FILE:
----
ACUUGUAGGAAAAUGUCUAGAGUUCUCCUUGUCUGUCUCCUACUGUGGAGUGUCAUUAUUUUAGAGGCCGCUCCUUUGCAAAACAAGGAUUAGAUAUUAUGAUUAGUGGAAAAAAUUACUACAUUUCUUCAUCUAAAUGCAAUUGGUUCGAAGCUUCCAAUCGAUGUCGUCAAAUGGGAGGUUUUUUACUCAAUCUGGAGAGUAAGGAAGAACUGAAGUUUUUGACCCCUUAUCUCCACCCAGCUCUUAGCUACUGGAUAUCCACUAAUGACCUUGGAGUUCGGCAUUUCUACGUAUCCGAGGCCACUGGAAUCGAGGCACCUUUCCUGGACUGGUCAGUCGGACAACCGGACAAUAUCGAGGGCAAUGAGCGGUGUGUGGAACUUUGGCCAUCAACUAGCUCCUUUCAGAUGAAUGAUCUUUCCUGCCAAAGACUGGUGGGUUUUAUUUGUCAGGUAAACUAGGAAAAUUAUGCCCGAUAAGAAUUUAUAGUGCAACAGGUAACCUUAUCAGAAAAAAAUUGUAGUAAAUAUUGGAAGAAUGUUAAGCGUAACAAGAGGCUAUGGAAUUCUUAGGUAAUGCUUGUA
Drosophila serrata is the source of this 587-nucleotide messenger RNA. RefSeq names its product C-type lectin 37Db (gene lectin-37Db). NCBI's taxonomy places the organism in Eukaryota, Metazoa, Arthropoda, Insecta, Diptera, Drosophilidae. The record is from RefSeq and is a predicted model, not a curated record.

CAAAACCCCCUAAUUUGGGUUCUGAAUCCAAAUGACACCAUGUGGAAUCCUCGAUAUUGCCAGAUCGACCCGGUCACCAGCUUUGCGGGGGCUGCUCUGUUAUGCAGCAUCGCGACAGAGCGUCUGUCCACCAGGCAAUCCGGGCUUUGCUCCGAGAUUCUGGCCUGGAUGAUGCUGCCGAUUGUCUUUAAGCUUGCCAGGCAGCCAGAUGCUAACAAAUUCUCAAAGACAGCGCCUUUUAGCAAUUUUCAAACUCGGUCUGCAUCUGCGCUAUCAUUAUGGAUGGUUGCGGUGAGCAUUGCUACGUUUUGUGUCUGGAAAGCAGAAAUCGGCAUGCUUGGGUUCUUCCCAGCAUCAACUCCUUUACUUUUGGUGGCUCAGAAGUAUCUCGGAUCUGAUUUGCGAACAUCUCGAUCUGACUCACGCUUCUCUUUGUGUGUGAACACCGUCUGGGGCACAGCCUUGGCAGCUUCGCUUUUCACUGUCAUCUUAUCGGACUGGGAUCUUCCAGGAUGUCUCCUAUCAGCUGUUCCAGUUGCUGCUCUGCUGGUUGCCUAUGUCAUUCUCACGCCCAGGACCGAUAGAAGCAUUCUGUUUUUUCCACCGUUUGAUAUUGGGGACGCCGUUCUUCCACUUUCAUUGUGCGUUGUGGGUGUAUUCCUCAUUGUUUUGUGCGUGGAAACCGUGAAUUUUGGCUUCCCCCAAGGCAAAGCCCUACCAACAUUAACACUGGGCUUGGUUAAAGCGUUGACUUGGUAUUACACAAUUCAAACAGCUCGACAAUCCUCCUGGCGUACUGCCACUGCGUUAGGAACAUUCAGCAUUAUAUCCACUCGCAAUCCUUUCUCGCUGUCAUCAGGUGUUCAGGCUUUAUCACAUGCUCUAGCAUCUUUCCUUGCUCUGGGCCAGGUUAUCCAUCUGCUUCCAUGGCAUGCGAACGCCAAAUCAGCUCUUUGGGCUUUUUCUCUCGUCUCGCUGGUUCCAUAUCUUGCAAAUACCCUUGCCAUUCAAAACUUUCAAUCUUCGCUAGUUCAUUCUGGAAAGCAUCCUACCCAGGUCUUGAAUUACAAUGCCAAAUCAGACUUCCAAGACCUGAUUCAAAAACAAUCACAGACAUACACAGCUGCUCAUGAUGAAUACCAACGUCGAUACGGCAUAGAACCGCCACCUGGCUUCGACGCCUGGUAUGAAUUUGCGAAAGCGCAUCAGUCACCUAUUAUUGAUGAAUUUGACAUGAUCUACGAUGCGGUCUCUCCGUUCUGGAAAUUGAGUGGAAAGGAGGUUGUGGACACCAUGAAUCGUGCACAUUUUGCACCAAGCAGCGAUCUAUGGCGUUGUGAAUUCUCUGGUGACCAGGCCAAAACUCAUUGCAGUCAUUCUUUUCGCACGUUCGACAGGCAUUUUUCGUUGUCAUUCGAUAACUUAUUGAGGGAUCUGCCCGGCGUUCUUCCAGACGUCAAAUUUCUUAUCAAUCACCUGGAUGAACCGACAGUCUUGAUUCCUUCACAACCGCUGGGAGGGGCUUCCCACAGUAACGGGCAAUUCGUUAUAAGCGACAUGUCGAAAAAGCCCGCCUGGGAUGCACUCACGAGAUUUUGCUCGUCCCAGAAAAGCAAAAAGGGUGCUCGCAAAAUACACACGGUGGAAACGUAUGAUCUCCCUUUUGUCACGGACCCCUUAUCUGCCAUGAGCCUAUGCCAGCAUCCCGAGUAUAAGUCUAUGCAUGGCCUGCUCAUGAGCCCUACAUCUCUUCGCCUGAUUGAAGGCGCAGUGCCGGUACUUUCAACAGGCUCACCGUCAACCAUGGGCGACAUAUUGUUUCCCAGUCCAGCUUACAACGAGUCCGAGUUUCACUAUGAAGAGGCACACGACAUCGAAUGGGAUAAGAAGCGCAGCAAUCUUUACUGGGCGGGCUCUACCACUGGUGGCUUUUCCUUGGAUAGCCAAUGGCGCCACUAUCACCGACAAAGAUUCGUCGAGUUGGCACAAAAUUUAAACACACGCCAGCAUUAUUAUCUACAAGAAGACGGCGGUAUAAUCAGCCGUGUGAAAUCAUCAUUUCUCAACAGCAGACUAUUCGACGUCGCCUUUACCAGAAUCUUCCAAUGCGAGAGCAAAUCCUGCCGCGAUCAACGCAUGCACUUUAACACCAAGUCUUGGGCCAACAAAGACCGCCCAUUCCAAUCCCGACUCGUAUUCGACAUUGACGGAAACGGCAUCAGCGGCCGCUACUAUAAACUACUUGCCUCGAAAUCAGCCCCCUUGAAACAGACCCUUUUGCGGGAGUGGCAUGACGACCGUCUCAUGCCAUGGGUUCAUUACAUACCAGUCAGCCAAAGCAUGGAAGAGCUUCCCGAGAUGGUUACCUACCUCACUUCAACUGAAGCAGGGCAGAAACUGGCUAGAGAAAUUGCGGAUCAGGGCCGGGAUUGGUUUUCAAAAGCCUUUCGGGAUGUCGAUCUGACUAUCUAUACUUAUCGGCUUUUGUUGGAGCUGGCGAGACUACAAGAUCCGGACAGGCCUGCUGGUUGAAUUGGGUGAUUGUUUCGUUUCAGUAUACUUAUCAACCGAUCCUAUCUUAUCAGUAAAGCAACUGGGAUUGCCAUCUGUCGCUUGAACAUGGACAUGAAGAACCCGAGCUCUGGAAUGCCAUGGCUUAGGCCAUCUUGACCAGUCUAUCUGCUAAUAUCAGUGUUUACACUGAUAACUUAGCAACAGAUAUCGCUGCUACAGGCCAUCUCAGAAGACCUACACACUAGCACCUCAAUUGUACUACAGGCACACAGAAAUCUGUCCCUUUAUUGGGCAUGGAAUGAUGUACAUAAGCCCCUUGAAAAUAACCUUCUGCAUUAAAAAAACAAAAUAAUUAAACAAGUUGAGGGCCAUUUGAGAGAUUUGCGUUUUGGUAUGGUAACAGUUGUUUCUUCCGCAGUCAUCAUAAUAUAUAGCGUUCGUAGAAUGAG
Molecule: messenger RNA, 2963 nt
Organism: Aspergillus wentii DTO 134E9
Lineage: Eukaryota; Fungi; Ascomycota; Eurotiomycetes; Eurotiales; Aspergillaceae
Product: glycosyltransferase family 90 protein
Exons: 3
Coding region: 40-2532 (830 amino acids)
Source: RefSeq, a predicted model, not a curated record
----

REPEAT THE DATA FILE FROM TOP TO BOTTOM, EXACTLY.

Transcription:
ACUUGUAGGAAAAUGUCUAGAGUUCUCCUUGUCUGUCUCCUACUGUGGAGUGUCAUUAUUUUAGAGGCCGCUCCUUUGCAAAACAAGGAUUAGAUAUUAUGAUUAGUGGAAAAAAUUACUACAUUUCUUCAUCUAAAUGCAAUUGGUUCGAAGCUUCCAAUCGAUGUCGUCAAAUGGGAGGUUUUUUACUCAAUCUGGAGAGUAAGGAAGAACUGAAGUUUUUGACCCCUUAUCUCCACCCAGCUCUUAGCUACUGGAUAUCCACUAAUGACCUUGGAGUUCGGCAUUUCUACGUAUCCGAGGCCACUGGAAUCGAGGCACCUUUCCUGGACUGGUCAGUCGGACAACCGGACAAUAUCGAGGGCAAUGAGCGGUGUGUGGAACUUUGGCCAUCAACUAGCUCCUUUCAGAUGAAUGAUCUUUCCUGCCAAAGACUGGUGGGUUUUAUUUGUCAGGUAAACUAGGAAAAUUAUGCCCGAUAAGAAUUUAUAGUGCAACAGGUAACCUUAUCAGAAAAAAAUUGUAGUAAAUAUUGGAAGAAUGUUAAGCGUAACAAGAGGCUAUGGAAUUCUUAGGUAAUGCUUGUA
Drosophila serrata is the source of this 587-nucleotide messenger RNA. RefSeq names its product C-type lectin 37Db (gene lectin-37Db). NCBI's taxonomy places the organism in Eukaryota, Metazoa, Arthropoda, Insecta, Diptera, Drosophilidae. The record is from RefSeq and is a predicted model, not a curated record.

CAAAACCCCCUAAUUUGGGUUCUGAAUCCAAAUGACACCAUGUGGAAUCCUCGAUAUUGCCAGAUCGACCCGGUCACCAGCUUUGCGGGGGCUGCUCUGUUAUGCAGCAUCGCGACAGAGCGUCUGUCCACCAGGCAAUCCGGGCUUUGCUCCGAGAUUCUGGCCUGGAUGAUGCUGCCGAUUGUCUUUAAGCUUGCCAGGCAGCCAGAUGCUAACAAAUUCUCAAAGACAGCGCCUUUUAGCAAUUUUCAAACUCGGUCUGCAUCUGCGCUAUCAUUAUGGAUGGUUGCGGUGAGCAUUGCUACGUUUUGUGUCUGGAAAGCAGAAAUCGGCAUGCUUGGGUUCUUCCCAGCAUCAACUCCUUUACUUUUGGUGGCUCAGAAGUAUCUCGGAUCUGAUUUGCGAACAUCUCGAUCUGACUCACGCUUCUCUUUGUGUGUGAACACCGUCUGGGGCACAGCCUUGGCAGCUUCGCUUUUCACUGUCAUCUUAUCGGACUGGGAUCUUCCAGGAUGUCUCCUAUCAGCUGUUCCAGUUGCUGCUCUGCUGGUUGCCUAUGUCAUUCUCACGCCCAGGACCGAUAGAAGCAUUCUGUUUUUUCCACCGUUUGAUAUUGGGGACGCCGUUCUUCCACUUUCAUUGUGCGUUGUGGGUGUAUUCCUCAUUGUUUUGUGCGUGGAAACCGUGAAUUUUGGCUUCCCCCAAGGCAAAGCCCUACCAACAUUAACACUGGGCUUGGUUAAAGCGUUGACUUGGUAUUACACAAUUCAAACAGCUCGACAAUCCUCCUGGCGUACUGCCACUGCGUUAGGAACAUUCAGCAUUAUAUCCACUCGCAAUCCUUUCUCGCUGUCAUCAGGUGUUCAGGCUUUAUCACAUGCUCUAGCAUCUUUCCUUGCUCUGGGCCAGGUUAUCCAUCUGCUUCCAUGGCAUGCGAACGCCAAAUCAGCUCUUUGGGCUUUUUCUCUCGUCUCGCUGGUUCCAUAUCUUGCAAAUACCCUUGCCAUUCAAAACUUUCAAUCUUCGCUAGUUCAUUCUGGAAAGCAUCCUACCCAGGUCUUGAAUUACAAUGCCAAAUCAGACUUCCAAGACCUGAUUCAAAAACAAUCACAGACAUACACAGCUGCUCAUGAUGAAUACCAACGUCGAUACGGCAUAGAACCGCCACCUGGCUUCGACGCCUGGUAUGAAUUUGCGAAAGCGCAUCAGUCACCUAUUAUUGAUGAAUUUGACAUGAUCUACGAUGCGGUCUCUCCGUUCUGGAAAUUGAGUGGAAAGGAGGUUGUGGACACCAUGAAUCGUGCACAUUUUGCACCAAGCAGCGAUCUAUGGCGUUGUGAAUUCUCUGGUGACCAGGCCAAAACUCAUUGCAGUCAUUCUUUUCGCACGUUCGACAGGCAUUUUUCGUUGUCAUUCGAUAACUUAUUGAGGGAUCUGCCCGGCGUUCUUCCAGACGUCAAAUUUCUUAUCAAUCACCUGGAUGAACCGACAGUCUUGAUUCCUUCACAACCGCUGGGAGGGGCUUCCCACAGUAACGGGCAAUUCGUUAUAAGCGACAUGUCGAAAAAGCCCGCCUGGGAUGCACUCACGAGAUUUUGCUCGUCCCAGAAAAGCAAAAAGGGUGCUCGCAAAAUACACACGGUGGAAACGUAUGAUCUCCCUUUUGUCACGGACCCCUUAUCUGCCAUGAGCCUAUGCCAGCAUCCCGAGUAUAAGUCUAUGCAUGGCCUGCUCAUGAGCCCUACAUCUCUUCGCCUGAUUGAAGGCGCAGUGCCGGUACUUUCAACAGGCUCACCGUCAACCAUGGGCGACAUAUUGUUUCCCAGUCCAGCUUACAACGAGUCCGAGUUUCACUAUGAAGAGGCACACGACAUCGAAUGGGAUAAGAAGCGCAGCAAUCUUUACUGGGCGGGCUCUACCACUGGUGGCUUUUCCUUGGAUAGCCAAUGGCGCCACUAUCACCGACAAAGAUUCGUCGAGUUGGCACAAAAUUUAAACACACGCCAGCAUUAUUAUCUACAAGAAGACGGCGGUAUAAUCAGCCGUGUGAAAUCAUCAUUUCUCAACAGCAGACUAUUCGACGUCGCCUUUACCAGAAUCUUCCAAUGCGAGAGCAAAUCCUGCCGCGAUCAACGCAUGCACUUUAACACCAAGUCUUGGGCCAACAAAGACCGCCCAUUCCAAUCCCGACUCGUAUUCGACAUUGACGGAAACGGCAUCAGCGGCCGCUACUAUAAACUACUUGCCUCGAAAUCAGCCCCCUUGAAACAGACCCUUUUGCGGGAGUGGCAUGACGACCGUCUCAUGCCAUGGGUUCAUUACAUACCAGUCAGCCAAAGCAUGGAAGAGCUUCCCGAGAUGGUUACCUACCUCACUUCAACUGAAGCAGGGCAGAAACUGGCUAGAGAAAUUGCGGAUCAGGGCCGGGAUUGGUUUUCAAAAGCCUUUCGGGAUGUCGAUCUGACUAUCUAUACUUAUCGGCUUUUGUUGGAGCUGGCGAGACUACAAGAUCCGGACAGGCCUGCUGGUUGAAUUGGGUGAUUGUUUCGUUUCAGUAUACUUAUCAACCGAUCCUAUCUUAUCAGUAAAGCAACUGGGAUUGCCAUCUGUCGCUUGAACAUGGACAUGAAGAACCCGAGCUCUGGAAUGCCAUGGCUUAGGCCAUCUUGACCAGUCUAUCUGCUAAUAUCAGUGUUUACACUGAUAACUUAGCAACAGAUAUCGCUGCUACAGGCCAUCUCAGAAGACCUACACACUAGCACCUCAAUUGUACUACAGGCACACAGAAAUCUGUCCCUUUAUUGGGCAUGGAAUGAUGUACAUAAGCCCCUUGAAAAUAACCUUCUGCAUUAAAAAAACAAAAUAAUUAAACAAGUUGAGGGCCAUUUGAGAGAUUUGCGUUUUGGUAUGGUAACAGUUGUUUCUUCCGCAGUCAUCAUAAUAUAUAGCGUUCGUAGAAUGAG
Molecule: messenger RNA, 2963 nt
Organism: Aspergillus wentii DTO 134E9
Lineage: Eukaryota; Fungi; Ascomycota; Eurotiomycetes; Eurotiales; Aspergillaceae
Product: glycosyltransferase family 90 protein
Exons: 3
Coding region: 40-2532 (830 amino acids)
Source: RefSeq, a predicted model, not a curated record